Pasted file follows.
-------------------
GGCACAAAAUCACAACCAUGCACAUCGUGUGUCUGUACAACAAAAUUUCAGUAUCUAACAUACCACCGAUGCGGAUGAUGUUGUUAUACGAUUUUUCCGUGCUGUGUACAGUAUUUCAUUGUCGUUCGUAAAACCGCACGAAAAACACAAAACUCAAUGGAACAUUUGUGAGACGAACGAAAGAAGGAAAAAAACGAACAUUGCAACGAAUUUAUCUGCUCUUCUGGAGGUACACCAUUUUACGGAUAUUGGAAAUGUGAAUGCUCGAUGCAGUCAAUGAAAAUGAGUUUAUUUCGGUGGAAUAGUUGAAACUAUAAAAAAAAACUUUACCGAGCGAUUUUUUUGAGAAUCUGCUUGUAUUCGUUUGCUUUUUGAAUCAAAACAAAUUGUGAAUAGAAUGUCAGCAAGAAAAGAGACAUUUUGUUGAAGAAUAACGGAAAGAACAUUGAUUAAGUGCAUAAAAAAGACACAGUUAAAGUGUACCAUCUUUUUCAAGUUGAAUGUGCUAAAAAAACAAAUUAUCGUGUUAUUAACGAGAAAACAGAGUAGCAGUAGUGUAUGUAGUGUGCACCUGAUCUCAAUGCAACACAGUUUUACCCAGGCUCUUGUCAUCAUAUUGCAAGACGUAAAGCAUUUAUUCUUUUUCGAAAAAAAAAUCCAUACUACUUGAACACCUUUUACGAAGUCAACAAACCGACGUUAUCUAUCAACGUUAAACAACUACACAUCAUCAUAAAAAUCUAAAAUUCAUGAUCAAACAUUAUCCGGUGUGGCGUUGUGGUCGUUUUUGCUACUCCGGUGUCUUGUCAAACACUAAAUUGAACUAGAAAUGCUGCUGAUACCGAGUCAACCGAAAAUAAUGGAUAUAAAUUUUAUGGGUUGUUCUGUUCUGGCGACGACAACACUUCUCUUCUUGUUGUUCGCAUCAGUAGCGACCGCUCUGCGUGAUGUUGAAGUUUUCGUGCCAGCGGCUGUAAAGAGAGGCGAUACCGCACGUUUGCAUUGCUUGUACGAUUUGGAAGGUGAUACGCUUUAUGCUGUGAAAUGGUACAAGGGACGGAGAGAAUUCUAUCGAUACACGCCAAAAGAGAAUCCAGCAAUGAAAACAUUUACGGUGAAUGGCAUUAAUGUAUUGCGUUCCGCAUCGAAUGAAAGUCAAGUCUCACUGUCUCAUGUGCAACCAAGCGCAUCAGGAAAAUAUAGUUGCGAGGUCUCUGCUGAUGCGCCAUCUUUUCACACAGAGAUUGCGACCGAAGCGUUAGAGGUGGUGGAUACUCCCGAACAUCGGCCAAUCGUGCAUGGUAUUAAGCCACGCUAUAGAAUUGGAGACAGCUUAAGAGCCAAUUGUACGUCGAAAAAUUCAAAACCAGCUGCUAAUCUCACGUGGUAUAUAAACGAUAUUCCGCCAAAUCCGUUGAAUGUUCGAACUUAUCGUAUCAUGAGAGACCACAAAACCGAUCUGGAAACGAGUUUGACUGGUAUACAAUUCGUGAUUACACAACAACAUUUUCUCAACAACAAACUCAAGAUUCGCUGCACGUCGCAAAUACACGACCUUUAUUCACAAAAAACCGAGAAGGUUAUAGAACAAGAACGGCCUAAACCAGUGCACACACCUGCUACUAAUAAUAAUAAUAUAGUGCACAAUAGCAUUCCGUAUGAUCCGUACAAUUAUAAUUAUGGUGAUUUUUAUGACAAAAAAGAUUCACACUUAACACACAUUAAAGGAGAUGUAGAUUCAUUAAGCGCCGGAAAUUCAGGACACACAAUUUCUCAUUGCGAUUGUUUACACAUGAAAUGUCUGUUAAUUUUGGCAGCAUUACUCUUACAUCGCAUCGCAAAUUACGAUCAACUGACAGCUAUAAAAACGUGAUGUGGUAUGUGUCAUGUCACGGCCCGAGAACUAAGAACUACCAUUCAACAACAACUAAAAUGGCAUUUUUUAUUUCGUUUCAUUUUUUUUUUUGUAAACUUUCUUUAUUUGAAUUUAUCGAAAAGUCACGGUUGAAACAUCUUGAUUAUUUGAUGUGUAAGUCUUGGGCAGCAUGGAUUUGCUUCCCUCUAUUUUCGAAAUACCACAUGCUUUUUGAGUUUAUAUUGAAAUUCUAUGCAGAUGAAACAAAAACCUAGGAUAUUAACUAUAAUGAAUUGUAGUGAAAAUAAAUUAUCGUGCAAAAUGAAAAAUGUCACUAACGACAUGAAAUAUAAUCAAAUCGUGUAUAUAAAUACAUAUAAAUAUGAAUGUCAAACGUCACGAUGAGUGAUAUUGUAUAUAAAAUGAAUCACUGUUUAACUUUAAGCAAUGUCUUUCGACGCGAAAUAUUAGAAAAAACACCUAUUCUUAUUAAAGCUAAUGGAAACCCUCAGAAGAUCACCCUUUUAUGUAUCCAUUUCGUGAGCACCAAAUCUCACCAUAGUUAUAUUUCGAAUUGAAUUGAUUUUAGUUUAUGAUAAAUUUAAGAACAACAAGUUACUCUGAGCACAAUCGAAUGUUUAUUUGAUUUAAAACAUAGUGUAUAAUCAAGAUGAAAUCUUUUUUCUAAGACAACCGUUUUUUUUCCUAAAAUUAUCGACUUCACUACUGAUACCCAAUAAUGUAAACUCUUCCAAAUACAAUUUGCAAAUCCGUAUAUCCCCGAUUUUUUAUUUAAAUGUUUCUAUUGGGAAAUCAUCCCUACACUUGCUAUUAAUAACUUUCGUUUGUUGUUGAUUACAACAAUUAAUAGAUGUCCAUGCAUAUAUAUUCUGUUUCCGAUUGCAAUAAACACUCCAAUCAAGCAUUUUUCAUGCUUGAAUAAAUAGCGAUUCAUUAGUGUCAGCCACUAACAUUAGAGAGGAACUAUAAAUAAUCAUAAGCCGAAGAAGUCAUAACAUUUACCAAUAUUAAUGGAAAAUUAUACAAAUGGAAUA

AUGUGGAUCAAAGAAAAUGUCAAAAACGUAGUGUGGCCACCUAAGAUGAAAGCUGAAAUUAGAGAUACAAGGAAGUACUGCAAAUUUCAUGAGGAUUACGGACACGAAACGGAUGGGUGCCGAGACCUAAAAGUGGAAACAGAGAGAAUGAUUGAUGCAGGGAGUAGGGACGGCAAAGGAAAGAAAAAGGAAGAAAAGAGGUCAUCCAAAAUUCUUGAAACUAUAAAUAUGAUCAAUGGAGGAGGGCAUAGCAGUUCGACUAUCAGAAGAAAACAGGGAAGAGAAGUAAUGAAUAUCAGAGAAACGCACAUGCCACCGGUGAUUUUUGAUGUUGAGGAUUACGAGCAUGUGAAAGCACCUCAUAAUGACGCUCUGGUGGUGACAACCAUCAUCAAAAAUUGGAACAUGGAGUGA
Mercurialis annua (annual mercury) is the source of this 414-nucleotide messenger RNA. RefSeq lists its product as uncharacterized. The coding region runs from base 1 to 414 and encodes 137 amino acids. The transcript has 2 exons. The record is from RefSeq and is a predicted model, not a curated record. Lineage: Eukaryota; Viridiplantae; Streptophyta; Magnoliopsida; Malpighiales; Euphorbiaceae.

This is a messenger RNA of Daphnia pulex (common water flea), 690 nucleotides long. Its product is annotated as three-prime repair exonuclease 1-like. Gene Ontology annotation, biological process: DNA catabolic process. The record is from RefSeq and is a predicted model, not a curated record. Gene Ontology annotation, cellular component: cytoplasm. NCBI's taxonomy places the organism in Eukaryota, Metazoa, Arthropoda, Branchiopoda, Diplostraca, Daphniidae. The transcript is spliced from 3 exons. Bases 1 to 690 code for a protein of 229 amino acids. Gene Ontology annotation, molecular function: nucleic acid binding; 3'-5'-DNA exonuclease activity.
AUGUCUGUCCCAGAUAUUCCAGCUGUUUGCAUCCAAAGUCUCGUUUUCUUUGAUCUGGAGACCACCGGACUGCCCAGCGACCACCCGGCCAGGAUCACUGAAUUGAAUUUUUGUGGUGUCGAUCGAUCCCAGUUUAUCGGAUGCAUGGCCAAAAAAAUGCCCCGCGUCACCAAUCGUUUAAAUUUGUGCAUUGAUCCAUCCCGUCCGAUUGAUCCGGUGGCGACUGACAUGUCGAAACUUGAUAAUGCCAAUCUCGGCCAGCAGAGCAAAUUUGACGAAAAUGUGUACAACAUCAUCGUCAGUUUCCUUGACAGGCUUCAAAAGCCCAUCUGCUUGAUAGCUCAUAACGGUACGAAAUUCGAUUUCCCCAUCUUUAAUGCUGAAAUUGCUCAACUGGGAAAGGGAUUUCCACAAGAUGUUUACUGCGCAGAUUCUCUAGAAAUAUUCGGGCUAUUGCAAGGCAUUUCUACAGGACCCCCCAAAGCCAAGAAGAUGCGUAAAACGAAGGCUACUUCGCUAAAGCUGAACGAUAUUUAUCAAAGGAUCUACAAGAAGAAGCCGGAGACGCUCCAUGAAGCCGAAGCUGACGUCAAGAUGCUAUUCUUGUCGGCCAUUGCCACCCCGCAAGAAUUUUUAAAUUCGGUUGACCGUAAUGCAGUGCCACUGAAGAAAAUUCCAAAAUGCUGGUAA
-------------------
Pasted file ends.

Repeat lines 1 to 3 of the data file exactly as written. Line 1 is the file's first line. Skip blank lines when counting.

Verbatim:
GGCACAAAAUCACAACCAUGCACAUCGUGUGUCUGUACAACAAAAUUUCAGUAUCUAACAUACCACCGAUGCGGAUGAUGUUGUUAUACGAUUUUUCCGUGCUGUGUACAGUAUUUCAUUGUCGUUCGUAAAACCGCACGAAAAACACAAAACUCAAUGGAACAUUUGUGAGACGAACGAAAGAAGGAAAAAAACGAACAUUGCAACGAAUUUAUCUGCUCUUCUGGAGGUACACCAUUUUACGGAUAUUGGAAAUGUGAAUGCUCGAUGCAGUCAAUGAAAAUGAGUUUAUUUCGGUGGAAUAGUUGAAACUAUAAAAAAAAACUUUACCGAGCGAUUUUUUUGAGAAUCUGCUUGUAUUCGUUUGCUUUUUGAAUCAAAACAAAUUGUGAAUAGAAUGUCAGCAAGAAAAGAGACAUUUUGUUGAAGAAUAACGGAAAGAACAUUGAUUAAGUGCAUAAAAAAGACACAGUUAAAGUGUACCAUCUUUUUCAAGUUGAAUGUGCUAAAAAAACAAAUUAUCGUGUUAUUAACGAGAAAACAGAGUAGCAGUAGUGUAUGUAGUGUGCACCUGAUCUCAAUGCAACACAGUUUUACCCAGGCUCUUGUCAUCAUAUUGCAAGACGUAAAGCAUUUAUUCUUUUUCGAAAAAAAAAUCCAUACUACUUGAACACCUUUUACGAAGUCAACAAACCGACGUUAUCUAUCAACGUUAAACAACUACACAUCAUCAUAAAAAUCUAAAAUUCAUGAUCAAACAUUAUCCGGUGUGGCGUUGUGGUCGUUUUUGCUACUCCGGUGUCUUGUCAAACACUAAAUUGAACUAGAAAUGCUGCUGAUACCGAGUCAACCGAAAAUAAUGGAUAUAAAUUUUAUGGGUUGUUCUGUUCUGGCGACGACAACACUUCUCUUCUUGUUGUUCGCAUCAGUAGCGACCGCUCUGCGUGAUGUUGAAGUUUUCGUGCCAGCGGCUGUAAAGAGAGGCGAUACCGCACGUUUGCAUUGCUUGUACGAUUUGGAAGGUGAUACGCUUUAUGCUGUGAAAUGGUACAAGGGACGGAGAGAAUUCUAUCGAUACACGCCAAAAGAGAAUCCAGCAAUGAAAACAUUUACGGUGAAUGGCAUUAAUGUAUUGCGUUCCGCAUCGAAUGAAAGUCAAGUCUCACUGUCUCAUGUGCAACCAAGCGCAUCAGGAAAAUAUAGUUGCGAGGUCUCUGCUGAUGCGCCAUCUUUUCACACAGAGAUUGCGACCGAAGCGUUAGAGGUGGUGGAUACUCCCGAACAUCGGCCAAUCGUGCAUGGUAUUAAGCCACGCUAUAGAAUUGGAGACAGCUUAAGAGCCAAUUGUACGUCGAAAAAUUCAAAACCAGCUGCUAAUCUCACGUGGUAUAUAAACGAUAUUCCGCCAAAUCCGUUGAAUGUUCGAACUUAUCGUAUCAUGAGAGACCACAAAACCGAUCUGGAAACGAGUUUGACUGGUAUACAAUUCGUGAUUACACAACAACAUUUUCUCAACAACAAACUCAAGAUUCGCUGCACGUCGCAAAUACACGACCUUUAUUCACAAAAAACCGAGAAGGUUAUAGAACAAGAACGGCCUAAACCAGUGCACACACCUGCUACUAAUAAUAAUAAUAUAGUGCACAAUAGCAUUCCGUAUGAUCCGUACAAUUAUAAUUAUGGUGAUUUUUAUGACAAAAAAGAUUCACACUUAACACACAUUAAAGGAGAUGUAGAUUCAUUAAGCGCCGGAAAUUCAGGACACACAAUUUCUCAUUGCGAUUGUUUACACAUGAAAUGUCUGUUAAUUUUGGCAGCAUUACUCUUACAUCGCAUCGCAAAUUACGAUCAACUGACAGCUAUAAAAACGUGAUGUGGUAUGUGUCAUGUCACGGCCCGAGAACUAAGAACUACCAUUCAACAACAACUAAAAUGGCAUUUUUUAUUUCGUUUCAUUUUUUUUUUUGUAAACUUUCUUUAUUUGAAUUUAUCGAAAAGUCACGGUUGAAACAUCUUGAUUAUUUGAUGUGUAAGUCUUGGGCAGCAUGGAUUUGCUUCCCUCUAUUUUCGAAAUACCACAUGCUUUUUGAGUUUAUAUUGAAAUUCUAUGCAGAUGAAACAAAAACCUAGGAUAUUAACUAUAAUGAAUUGUAGUGAAAAUAAAUUAUCGUGCAAAAUGAAAAAUGUCACUAACGACAUGAAAUAUAAUCAAAUCGUGUAUAUAAAUACAUAUAAAUAUGAAUGUCAAACGUCACGAUGAGUGAUAUUGUAUAUAAAAUGAAUCACUGUUUAACUUUAAGCAAUGUCUUUCGACGCGAAAUAUUAGAAAAAACACCUAUUCUUAUUAAAGCUAAUGGAAACCCUCAGAAGAUCACCCUUUUAUGUAUCCAUUUCGUGAGCACCAAAUCUCACCAUAGUUAUAUUUCGAAUUGAAUUGAUUUUAGUUUAUGAUAAAUUUAAGAACAACAAGUUACUCUGAGCACAAUCGAAUGUUUAUUUGAUUUAAAACAUAGUGUAUAAUCAAGAUGAAAUCUUUUUUCUAAGACAACCGUUUUUUUUCCUAAAAUUAUCGACUUCACUACUGAUACCCAAUAAUGUAAACUCUUCCAAAUACAAUUUGCAAAUCCGUAUAUCCCCGAUUUUUUAUUUAAAUGUUUCUAUUGGGAAAUCAUCCCUACACUUGCUAUUAAUAACUUUCGUUUGUUGUUGAUUACAACAAUUAAUAGAUGUCCAUGCAUAUAUAUUCUGUUUCCGAUUGCAAUAAACACUCCAAUCAAGCAUUUUUCAUGCUUGAAUAAAUAGCGAUUCAUUAGUGUCAGCCACUAACAUUAGAGAGGAACUAUAAAUAAUCAUAAGCCGAAGAAGUCAUAACAUUUACCAAUAUUAAUGGAAAAUUAUACAAAUGGAAUA

AUGUGGAUCAAAGAAAAUGUCAAAAACGUAGUGUGGCCACCUAAGAUGAAAGCUGAAAUUAGAGAUACAAGGAAGUACUGCAAAUUUCAUGAGGAUUACGGACACGAAACGGAUGGGUGCCGAGACCUAAAAGUGGAAACAGAGAGAAUGAUUGAUGCAGGGAGUAGGGACGGCAAAGGAAAGAAAAAGGAAGAAAAGAGGUCAUCCAAAAUUCUUGAAACUAUAAAUAUGAUCAAUGGAGGAGGGCAUAGCAGUUCGACUAUCAGAAGAAAACAGGGAAGAGAAGUAAUGAAUAUCAGAGAAACGCACAUGCCACCGGUGAUUUUUGAUGUUGAGGAUUACGAGCAUGUGAAAGCACCUCAUAAUGACGCUCUGGUGGUGACAACCAUCAUCAAAAAUUGGAACAUGGAGUGA
Mercurialis annua (annual mercury) is the source of this 414-nucleotide messenger RNA. RefSeq lists its product as uncharacterized. The coding region runs from base 1 to 414 and encodes 137 amino acids. The transcript has 2 exons. The record is from RefSeq and is a predicted model, not a curated record. Lineage: Eukaryota; Viridiplantae; Streptophyta; Magnoliopsida; Malpighiales; Euphorbiaceae.